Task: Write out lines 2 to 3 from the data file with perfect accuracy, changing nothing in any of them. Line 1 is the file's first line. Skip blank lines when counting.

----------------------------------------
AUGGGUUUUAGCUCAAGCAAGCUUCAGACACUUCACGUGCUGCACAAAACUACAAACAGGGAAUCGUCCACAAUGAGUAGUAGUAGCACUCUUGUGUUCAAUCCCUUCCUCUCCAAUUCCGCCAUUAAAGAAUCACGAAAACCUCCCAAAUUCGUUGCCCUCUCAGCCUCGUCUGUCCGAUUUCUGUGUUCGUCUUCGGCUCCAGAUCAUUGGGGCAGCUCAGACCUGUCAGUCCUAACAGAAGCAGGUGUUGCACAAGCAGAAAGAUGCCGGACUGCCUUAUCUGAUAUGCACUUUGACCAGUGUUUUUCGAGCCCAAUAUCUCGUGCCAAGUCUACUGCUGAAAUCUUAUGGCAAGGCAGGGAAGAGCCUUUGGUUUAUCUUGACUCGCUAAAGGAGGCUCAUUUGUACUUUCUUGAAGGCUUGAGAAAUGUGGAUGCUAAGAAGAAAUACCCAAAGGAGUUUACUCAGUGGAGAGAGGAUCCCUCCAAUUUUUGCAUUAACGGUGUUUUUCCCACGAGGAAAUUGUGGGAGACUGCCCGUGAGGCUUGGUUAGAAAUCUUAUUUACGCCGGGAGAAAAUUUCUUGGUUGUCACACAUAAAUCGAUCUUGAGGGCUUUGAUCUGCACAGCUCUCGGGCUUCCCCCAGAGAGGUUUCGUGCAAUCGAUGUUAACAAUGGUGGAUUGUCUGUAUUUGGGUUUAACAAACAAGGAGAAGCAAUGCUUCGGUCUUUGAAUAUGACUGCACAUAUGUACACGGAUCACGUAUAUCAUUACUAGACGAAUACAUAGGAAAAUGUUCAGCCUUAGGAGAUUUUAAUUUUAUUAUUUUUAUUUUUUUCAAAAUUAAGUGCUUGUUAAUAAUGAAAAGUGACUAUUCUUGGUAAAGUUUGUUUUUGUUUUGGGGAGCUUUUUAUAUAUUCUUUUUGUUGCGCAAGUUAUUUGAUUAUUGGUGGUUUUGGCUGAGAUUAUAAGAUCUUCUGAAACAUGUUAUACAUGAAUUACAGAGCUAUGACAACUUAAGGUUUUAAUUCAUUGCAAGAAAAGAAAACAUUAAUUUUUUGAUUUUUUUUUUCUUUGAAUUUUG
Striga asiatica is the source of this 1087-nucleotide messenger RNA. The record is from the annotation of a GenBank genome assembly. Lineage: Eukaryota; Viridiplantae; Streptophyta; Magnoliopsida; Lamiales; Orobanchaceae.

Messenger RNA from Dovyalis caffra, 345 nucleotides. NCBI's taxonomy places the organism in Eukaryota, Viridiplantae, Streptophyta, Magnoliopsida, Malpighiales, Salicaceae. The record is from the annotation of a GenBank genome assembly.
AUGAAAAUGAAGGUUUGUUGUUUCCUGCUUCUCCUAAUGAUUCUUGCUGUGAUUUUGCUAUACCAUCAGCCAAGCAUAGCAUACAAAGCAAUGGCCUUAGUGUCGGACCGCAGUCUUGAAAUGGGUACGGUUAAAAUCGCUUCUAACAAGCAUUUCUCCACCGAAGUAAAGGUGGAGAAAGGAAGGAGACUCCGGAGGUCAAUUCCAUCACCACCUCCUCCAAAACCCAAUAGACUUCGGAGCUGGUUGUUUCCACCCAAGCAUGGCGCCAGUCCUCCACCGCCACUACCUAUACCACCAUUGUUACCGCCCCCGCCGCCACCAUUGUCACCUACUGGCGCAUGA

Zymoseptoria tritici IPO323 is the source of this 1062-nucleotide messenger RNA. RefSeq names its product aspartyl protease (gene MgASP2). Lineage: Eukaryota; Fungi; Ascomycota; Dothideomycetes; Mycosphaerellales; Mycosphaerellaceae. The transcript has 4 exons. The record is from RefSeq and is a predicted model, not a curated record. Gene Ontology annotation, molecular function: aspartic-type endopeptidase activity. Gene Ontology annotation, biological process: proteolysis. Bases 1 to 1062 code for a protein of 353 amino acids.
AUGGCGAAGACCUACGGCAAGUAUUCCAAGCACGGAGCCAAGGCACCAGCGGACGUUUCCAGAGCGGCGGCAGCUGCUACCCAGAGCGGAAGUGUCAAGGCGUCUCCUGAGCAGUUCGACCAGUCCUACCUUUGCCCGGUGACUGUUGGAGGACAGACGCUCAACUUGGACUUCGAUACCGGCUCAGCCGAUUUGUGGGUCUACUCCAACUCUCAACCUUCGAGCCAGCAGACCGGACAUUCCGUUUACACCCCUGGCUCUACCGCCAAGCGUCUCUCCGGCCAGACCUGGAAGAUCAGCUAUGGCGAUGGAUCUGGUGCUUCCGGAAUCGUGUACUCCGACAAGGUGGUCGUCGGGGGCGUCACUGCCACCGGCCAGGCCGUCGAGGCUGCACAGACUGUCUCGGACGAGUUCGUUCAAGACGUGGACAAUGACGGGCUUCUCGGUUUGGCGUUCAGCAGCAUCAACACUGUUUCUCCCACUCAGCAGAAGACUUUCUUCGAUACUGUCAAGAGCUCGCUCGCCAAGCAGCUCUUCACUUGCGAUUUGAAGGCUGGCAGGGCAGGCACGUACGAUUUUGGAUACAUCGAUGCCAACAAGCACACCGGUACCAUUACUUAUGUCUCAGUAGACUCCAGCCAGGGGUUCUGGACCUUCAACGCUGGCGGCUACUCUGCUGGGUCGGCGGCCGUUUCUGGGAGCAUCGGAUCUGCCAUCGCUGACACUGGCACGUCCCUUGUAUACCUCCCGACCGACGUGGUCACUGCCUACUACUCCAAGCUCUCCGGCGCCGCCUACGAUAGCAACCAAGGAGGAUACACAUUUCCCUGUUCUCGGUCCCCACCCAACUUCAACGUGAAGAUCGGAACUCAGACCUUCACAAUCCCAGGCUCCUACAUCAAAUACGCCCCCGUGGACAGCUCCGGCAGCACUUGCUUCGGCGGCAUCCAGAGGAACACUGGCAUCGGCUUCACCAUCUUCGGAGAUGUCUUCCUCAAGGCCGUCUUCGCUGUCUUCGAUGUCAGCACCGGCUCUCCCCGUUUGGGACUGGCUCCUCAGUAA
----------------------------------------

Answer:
Striga asiatica is the source of this 1087-nucleotide messenger RNA. The record is from the annotation of a GenBank genome assembly. Lineage: Eukaryota; Viridiplantae; Streptophyta; Magnoliopsida; Lamiales; Orobanchaceae.

Messenger RNA from Dovyalis caffra, 345 nucleotides. NCBI's taxonomy places the organism in Eukaryota, Viridiplantae, Streptophyta, Magnoliopsida, Malpighiales, Salicaceae. The record is from the annotation of a GenBank genome assembly.